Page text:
You’ll Love This Metal Clay Book If:
- You love to make jewelry & want to add metal clay pieces to your collection
- You love discovering new jewelry making projects
- You want a jewelry making resource full of tips & techniques from Tammy Garner
This comprehensive guide to working with metal clay from Tammy Garner includes great tips and techniques for how to make jewelry pieces using this exciting medium. Learn how to make earrings, bracelets, necklaces, pendants and more step by step with the beautiful and unique demonstrations.
Move at your own pace and learn everything you need to know in order to work effectively and safely with metal clay. 25 start to finish metal clay jewelry making projects provide you with the opportunity to explore your own creativity while master basic techniques. Using a standard butane torch, soon you’ll have completed jewelry pieces that match your own personal style or make great gifts. This eBook format allows you to instantly access the entire book instantly on your laptop or desktop. Print out your favorite pages or keep it on your computer for easy reference.
In Metal Clay in a Day You’ll Learn:
- How to make beautiful & interesting earrings, bracelets, necklaces, pendants & more
- Tips & techniques for cutting, texturizing & sculpting metal clay
- How to safely work with, dry & fire (with a butane torch) metal clay
Check Out This Excerpt from Metal Clay in a Day:
Setting Up A Work Space
So, you are eager to get started—but where should you work? You can actually set up a nice little work space right at your kitchen table without forcing your family to eat on the porch. You may find you already have some of the following items on hand. If not, don’t worry; they’re easy to find.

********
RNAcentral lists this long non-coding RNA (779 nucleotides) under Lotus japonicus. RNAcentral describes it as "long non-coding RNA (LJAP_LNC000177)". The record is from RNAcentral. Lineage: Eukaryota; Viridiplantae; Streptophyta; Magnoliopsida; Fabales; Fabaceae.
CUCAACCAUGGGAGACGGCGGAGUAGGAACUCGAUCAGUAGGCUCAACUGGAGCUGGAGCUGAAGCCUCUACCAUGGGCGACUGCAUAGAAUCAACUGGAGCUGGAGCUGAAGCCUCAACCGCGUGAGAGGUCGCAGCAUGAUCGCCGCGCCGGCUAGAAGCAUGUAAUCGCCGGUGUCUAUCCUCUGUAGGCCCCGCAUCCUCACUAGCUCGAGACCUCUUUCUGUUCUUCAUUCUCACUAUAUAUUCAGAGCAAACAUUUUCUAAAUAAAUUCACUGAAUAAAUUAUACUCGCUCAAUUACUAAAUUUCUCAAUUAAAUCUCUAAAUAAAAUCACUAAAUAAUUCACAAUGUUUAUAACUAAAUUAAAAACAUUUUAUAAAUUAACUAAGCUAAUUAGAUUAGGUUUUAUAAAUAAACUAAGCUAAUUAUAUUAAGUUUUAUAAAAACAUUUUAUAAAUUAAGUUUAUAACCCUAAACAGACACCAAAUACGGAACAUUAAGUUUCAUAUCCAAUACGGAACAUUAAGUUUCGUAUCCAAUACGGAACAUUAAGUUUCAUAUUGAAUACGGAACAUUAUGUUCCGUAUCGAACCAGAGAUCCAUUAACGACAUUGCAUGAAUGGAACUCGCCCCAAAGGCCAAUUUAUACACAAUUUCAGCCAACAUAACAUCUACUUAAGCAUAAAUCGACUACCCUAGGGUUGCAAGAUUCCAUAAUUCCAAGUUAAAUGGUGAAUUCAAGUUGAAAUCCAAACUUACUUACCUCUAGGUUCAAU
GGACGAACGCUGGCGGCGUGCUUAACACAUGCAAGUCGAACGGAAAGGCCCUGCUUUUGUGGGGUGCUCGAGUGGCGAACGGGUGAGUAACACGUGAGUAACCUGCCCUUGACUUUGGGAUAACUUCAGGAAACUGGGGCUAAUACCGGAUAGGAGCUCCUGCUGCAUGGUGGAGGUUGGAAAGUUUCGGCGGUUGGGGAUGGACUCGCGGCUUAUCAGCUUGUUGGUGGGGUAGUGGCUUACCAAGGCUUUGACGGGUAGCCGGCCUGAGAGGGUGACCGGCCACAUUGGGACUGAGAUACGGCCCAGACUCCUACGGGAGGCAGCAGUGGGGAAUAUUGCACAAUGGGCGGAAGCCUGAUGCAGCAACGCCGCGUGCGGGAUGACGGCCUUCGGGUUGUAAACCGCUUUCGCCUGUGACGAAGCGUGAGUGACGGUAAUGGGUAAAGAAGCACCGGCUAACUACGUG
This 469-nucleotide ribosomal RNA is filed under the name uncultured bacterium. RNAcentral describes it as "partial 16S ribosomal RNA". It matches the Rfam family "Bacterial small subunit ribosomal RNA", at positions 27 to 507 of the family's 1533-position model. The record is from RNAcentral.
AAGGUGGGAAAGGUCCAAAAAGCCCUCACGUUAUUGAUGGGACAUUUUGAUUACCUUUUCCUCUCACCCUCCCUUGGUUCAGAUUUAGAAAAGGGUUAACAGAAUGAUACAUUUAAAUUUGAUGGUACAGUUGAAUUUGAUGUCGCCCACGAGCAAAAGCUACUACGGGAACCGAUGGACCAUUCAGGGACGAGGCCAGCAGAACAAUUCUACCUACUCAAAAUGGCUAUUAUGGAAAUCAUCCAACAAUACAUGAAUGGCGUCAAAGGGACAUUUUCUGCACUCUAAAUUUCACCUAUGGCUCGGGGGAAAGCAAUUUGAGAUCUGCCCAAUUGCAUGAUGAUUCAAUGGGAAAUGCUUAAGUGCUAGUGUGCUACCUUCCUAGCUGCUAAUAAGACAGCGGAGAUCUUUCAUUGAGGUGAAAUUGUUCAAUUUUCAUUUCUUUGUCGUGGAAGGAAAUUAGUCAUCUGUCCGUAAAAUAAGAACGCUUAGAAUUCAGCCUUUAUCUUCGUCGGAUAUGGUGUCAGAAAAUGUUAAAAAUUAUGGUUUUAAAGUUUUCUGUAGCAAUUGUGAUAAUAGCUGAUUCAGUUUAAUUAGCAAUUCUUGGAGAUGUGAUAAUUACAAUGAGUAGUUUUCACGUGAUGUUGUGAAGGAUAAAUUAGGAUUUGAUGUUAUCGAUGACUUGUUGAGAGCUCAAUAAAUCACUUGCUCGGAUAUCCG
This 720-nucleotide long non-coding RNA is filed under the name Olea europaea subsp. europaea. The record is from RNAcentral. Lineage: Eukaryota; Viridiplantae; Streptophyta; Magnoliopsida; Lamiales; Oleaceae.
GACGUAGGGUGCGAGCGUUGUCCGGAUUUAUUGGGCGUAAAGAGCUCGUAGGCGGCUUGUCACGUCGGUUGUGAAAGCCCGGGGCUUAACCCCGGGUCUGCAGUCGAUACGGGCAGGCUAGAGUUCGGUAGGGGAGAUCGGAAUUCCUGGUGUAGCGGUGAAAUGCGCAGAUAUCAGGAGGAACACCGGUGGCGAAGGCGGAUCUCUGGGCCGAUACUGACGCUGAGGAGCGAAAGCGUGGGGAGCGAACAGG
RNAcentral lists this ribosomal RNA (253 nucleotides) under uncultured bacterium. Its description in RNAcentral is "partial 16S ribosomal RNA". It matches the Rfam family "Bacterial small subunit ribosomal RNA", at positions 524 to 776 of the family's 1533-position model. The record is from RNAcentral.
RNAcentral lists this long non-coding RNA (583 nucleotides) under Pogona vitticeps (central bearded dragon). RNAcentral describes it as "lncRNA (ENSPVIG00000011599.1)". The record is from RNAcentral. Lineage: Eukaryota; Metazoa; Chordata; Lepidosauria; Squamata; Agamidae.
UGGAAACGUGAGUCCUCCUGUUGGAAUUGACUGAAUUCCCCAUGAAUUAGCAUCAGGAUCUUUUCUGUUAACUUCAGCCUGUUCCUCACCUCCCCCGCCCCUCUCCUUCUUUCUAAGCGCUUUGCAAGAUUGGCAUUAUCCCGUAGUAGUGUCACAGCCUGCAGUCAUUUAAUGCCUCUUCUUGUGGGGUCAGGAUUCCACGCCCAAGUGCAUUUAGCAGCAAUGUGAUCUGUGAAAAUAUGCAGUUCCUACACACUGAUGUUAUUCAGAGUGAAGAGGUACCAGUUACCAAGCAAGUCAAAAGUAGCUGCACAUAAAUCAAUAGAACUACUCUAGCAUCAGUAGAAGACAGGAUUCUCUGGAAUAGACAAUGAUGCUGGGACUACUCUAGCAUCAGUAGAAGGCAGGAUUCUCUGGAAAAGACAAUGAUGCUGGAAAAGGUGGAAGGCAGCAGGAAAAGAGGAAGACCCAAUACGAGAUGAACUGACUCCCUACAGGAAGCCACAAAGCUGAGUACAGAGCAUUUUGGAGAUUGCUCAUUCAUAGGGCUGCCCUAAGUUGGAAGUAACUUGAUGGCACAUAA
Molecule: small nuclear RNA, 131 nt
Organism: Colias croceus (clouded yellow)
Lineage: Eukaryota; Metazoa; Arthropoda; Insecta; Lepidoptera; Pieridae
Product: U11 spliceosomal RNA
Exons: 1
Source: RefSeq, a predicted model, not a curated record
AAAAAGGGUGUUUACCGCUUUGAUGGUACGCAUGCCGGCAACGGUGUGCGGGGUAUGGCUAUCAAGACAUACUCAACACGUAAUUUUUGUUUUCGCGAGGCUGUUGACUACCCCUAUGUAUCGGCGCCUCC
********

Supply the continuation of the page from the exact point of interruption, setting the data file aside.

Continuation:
A hard surface is preferred for rolling out level sheets of clay. Any flat, smooth tabletop or countertop will do. A sheet of glass or Plexiglas also works wonderfully. If you find yourself in a pinch, you can use the bottom of a glass baking dish, a flat ceramic platter or a piece of glass out of a picture frame. When working with metal clay, avoid aluminum pans and foil, as aluminum can have a negative reaction and cause the metal in the clay to discolor. If you aren’t working directly on a tabletop or countertop, I recommend a few pieces of tape to keep your work surface from slipping while you work.
A flexible surface placed on top of the hard surface is necessary when working with wet clay. By sliding the flexible surface to the edge of your hard surface and bending it, you can lift your wet clay piece off the flexible surface without distorting its form. I suggest using a plastic sheet protector on top of the hard surface in your work space. You can find them at any store that carries school or office supplies. I also like to insert graph paper marked with 8 × 8 squares per inch (3 × 3 squares per centimeter) into the sheet protector to help with measuring.
A plastic cup is very useful to serve as a humidifier cup for your stored clay scraps. Metal clay contains water, and in order to handle the clay easily, you must keep it moist at all times. When you are working on a project you will accumulate scrap pieces of clay along the way. You can put those pieces back into the original clay package or use a small plastic condiment cup, spritzed with water, as a humidifier to place over the scraps until you are through with your project. (You can find plastic condiment cups at most any restaurant, usually with salad dressing or other sauces in them.) A single serving apple sauce cup works nicely as well. This is a great way to recycle!
Plastic wrap is an item I cannot do without. I keep a 6" × 6" (15cm × 15cm) piece of plastic wrap (any brand will do) on top of my flexible surface for covering my clay while working. Covering the clay while you are not working on it will help keep it moist, especially if you roll a sheet but have to stop for a moment to find a tool. Always remember to keep the clay covered.
About the Author: Tammy Garner
Tammy Garner is a certified Precious Metal Clay artist and a member of the National Polymer Clay Guild and the PMC Guild. She is the president of the Kanawha Valley Polymer Clay Guild. She teaches popular metal clay working classes and workshops and she has more than 15 years of experience as an artist.
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